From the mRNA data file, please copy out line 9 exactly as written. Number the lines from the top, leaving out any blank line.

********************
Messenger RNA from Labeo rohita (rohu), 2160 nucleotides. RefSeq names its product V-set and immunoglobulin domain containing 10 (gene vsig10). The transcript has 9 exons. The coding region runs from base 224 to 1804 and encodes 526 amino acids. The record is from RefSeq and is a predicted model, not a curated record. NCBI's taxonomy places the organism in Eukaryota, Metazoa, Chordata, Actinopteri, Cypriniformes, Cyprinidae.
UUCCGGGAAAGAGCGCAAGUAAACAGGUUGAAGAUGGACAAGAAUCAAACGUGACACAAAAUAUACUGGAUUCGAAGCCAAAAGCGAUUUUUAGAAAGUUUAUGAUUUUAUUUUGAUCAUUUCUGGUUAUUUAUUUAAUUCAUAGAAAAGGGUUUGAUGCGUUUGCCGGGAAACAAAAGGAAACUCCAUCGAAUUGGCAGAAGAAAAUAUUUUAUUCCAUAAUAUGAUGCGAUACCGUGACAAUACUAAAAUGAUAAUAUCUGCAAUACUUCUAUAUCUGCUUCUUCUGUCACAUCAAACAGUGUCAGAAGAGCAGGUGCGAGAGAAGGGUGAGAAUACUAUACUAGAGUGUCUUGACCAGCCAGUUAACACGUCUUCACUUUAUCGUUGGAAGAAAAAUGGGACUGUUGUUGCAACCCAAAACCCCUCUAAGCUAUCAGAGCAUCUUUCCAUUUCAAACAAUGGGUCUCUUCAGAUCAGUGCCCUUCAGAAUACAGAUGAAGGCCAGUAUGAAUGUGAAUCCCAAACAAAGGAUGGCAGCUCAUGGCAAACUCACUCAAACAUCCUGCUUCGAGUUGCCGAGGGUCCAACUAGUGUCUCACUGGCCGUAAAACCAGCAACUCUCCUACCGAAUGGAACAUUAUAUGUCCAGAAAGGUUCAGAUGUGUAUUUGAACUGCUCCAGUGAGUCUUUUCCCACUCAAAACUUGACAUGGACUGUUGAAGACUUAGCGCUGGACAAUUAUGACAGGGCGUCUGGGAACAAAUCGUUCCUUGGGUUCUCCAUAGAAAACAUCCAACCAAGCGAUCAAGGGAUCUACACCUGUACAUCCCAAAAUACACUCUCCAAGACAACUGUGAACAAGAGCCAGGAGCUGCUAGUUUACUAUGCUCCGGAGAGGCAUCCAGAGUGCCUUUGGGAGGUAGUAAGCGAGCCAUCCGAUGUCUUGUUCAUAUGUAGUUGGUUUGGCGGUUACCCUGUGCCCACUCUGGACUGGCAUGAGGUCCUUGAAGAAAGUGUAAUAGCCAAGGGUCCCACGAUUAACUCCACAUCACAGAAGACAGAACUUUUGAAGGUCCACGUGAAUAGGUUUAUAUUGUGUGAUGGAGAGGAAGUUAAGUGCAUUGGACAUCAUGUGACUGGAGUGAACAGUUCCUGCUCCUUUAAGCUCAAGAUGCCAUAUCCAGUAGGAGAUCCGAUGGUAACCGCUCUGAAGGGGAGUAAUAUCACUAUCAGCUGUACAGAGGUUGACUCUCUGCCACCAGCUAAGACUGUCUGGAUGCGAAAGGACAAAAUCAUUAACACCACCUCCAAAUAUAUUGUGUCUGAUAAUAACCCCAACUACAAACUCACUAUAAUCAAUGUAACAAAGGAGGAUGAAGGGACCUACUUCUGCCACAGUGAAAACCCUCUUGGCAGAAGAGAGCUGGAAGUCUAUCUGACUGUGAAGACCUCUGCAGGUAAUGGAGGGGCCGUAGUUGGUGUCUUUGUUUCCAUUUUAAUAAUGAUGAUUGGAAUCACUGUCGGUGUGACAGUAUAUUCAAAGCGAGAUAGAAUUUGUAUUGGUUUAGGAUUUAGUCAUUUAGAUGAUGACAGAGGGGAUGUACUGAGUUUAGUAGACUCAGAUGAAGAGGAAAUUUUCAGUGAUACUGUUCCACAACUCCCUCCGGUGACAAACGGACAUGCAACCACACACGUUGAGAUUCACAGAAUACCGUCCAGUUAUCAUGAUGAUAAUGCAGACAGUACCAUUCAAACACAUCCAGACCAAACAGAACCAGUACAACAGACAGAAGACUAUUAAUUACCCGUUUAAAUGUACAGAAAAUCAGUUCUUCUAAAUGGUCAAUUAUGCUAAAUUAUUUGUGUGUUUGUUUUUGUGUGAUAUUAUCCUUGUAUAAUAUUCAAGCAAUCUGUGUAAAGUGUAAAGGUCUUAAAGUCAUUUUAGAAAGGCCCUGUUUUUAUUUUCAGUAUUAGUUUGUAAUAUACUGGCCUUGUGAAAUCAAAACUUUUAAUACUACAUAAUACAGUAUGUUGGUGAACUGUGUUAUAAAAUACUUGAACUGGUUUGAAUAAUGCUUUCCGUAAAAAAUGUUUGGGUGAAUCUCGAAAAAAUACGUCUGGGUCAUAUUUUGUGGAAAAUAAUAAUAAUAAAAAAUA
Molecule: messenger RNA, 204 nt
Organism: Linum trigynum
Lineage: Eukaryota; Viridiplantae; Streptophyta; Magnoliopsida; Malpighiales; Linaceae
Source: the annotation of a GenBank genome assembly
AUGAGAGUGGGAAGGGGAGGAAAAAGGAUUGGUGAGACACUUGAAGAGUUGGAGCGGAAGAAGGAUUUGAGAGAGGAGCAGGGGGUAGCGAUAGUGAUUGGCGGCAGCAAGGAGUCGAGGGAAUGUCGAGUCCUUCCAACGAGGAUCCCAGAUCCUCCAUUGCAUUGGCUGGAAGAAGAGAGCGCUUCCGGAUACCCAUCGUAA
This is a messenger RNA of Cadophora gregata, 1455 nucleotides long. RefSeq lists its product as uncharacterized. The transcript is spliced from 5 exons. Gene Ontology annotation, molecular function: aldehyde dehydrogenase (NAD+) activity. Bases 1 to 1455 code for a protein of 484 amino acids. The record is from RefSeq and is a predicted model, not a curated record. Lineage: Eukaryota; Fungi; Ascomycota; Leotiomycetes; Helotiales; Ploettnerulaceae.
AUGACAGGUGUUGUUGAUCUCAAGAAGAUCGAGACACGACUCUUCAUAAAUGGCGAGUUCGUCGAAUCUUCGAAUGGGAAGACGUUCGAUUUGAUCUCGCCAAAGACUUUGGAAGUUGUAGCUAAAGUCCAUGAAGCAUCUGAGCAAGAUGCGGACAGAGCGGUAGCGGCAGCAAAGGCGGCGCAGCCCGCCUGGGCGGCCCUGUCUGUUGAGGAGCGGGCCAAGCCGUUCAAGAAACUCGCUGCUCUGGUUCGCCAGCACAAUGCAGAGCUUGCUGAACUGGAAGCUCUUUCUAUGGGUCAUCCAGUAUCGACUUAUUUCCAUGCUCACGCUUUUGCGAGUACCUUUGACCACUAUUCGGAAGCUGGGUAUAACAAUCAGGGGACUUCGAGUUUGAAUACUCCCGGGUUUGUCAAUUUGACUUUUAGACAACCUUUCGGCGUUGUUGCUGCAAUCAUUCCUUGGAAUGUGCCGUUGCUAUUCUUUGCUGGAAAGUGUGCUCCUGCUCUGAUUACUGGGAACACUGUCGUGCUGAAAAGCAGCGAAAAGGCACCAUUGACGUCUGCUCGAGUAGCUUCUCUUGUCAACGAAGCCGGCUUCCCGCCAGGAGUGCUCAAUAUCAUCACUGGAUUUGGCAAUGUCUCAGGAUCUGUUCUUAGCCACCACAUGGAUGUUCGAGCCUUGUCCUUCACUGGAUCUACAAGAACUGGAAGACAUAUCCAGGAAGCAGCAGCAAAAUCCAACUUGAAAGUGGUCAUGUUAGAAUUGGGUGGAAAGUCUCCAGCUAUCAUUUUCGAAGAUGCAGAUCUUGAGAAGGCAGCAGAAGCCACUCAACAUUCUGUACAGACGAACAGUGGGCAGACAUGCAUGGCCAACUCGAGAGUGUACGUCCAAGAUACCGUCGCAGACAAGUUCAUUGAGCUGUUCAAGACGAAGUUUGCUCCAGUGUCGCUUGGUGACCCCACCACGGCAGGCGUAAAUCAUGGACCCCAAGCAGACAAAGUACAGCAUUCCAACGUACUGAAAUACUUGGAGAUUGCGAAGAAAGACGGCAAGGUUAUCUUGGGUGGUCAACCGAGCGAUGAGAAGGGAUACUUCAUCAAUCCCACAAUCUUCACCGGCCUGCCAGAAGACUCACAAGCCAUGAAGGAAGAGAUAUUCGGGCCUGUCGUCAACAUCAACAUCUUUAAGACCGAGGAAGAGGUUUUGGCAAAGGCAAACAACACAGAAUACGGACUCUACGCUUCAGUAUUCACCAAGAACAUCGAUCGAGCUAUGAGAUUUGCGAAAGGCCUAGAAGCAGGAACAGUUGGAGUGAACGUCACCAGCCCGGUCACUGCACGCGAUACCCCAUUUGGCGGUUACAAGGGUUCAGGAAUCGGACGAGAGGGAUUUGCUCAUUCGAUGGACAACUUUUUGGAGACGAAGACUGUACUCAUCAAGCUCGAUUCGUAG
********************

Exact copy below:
AUGACAGGUGUUGUUGAUCUCAAGAAGAUCGAGACACGACUCUUCAUAAAUGGCGAGUUCGUCGAAUCUUCGAAUGGGAAGACGUUCGAUUUGAUCUCGCCAAAGACUUUGGAAGUUGUAGCUAAAGUCCAUGAAGCAUCUGAGCAAGAUGCGGACAGAGCGGUAGCGGCAGCAAAGGCGGCGCAGCCCGCCUGGGCGGCCCUGUCUGUUGAGGAGCGGGCCAAGCCGUUCAAGAAACUCGCUGCUCUGGUUCGCCAGCACAAUGCAGAGCUUGCUGAACUGGAAGCUCUUUCUAUGGGUCAUCCAGUAUCGACUUAUUUCCAUGCUCACGCUUUUGCGAGUACCUUUGACCACUAUUCGGAAGCUGGGUAUAACAAUCAGGGGACUUCGAGUUUGAAUACUCCCGGGUUUGUCAAUUUGACUUUUAGACAACCUUUCGGCGUUGUUGCUGCAAUCAUUCCUUGGAAUGUGCCGUUGCUAUUCUUUGCUGGAAAGUGUGCUCCUGCUCUGAUUACUGGGAACACUGUCGUGCUGAAAAGCAGCGAAAAGGCACCAUUGACGUCUGCUCGAGUAGCUUCUCUUGUCAACGAAGCCGGCUUCCCGCCAGGAGUGCUCAAUAUCAUCACUGGAUUUGGCAAUGUCUCAGGAUCUGUUCUUAGCCACCACAUGGAUGUUCGAGCCUUGUCCUUCACUGGAUCUACAAGAACUGGAAGACAUAUCCAGGAAGCAGCAGCAAAAUCCAACUUGAAAGUGGUCAUGUUAGAAUUGGGUGGAAAGUCUCCAGCUAUCAUUUUCGAAGAUGCAGAUCUUGAGAAGGCAGCAGAAGCCACUCAACAUUCUGUACAGACGAACAGUGGGCAGACAUGCAUGGCCAACUCGAGAGUGUACGUCCAAGAUACCGUCGCAGACAAGUUCAUUGAGCUGUUCAAGACGAAGUUUGCUCCAGUGUCGCUUGGUGACCCCACCACGGCAGGCGUAAAUCAUGGACCCCAAGCAGACAAAGUACAGCAUUCCAACGUACUGAAAUACUUGGAGAUUGCGAAGAAAGACGGCAAGGUUAUCUUGGGUGGUCAACCGAGCGAUGAGAAGGGAUACUUCAUCAAUCCCACAAUCUUCACCGGCCUGCCAGAAGACUCACAAGCCAUGAAGGAAGAGAUAUUCGGGCCUGUCGUCAACAUCAACAUCUUUAAGACCGAGGAAGAGGUUUUGGCAAAGGCAAACAACACAGAAUACGGACUCUACGCUUCAGUAUUCACCAAGAACAUCGAUCGAGCUAUGAGAUUUGCGAAAGGCCUAGAAGCAGGAACAGUUGGAGUGAACGUCACCAGCCCGGUCACUGCACGCGAUACCCCAUUUGGCGGUUACAAGGGUUCAGGAAUCGGACGAGAGGGAUUUGCUCAUUCGAUGGACAACUUUUUGGAGACGAAGACUGUACUCAUCAAGCUCGAUUCGUAG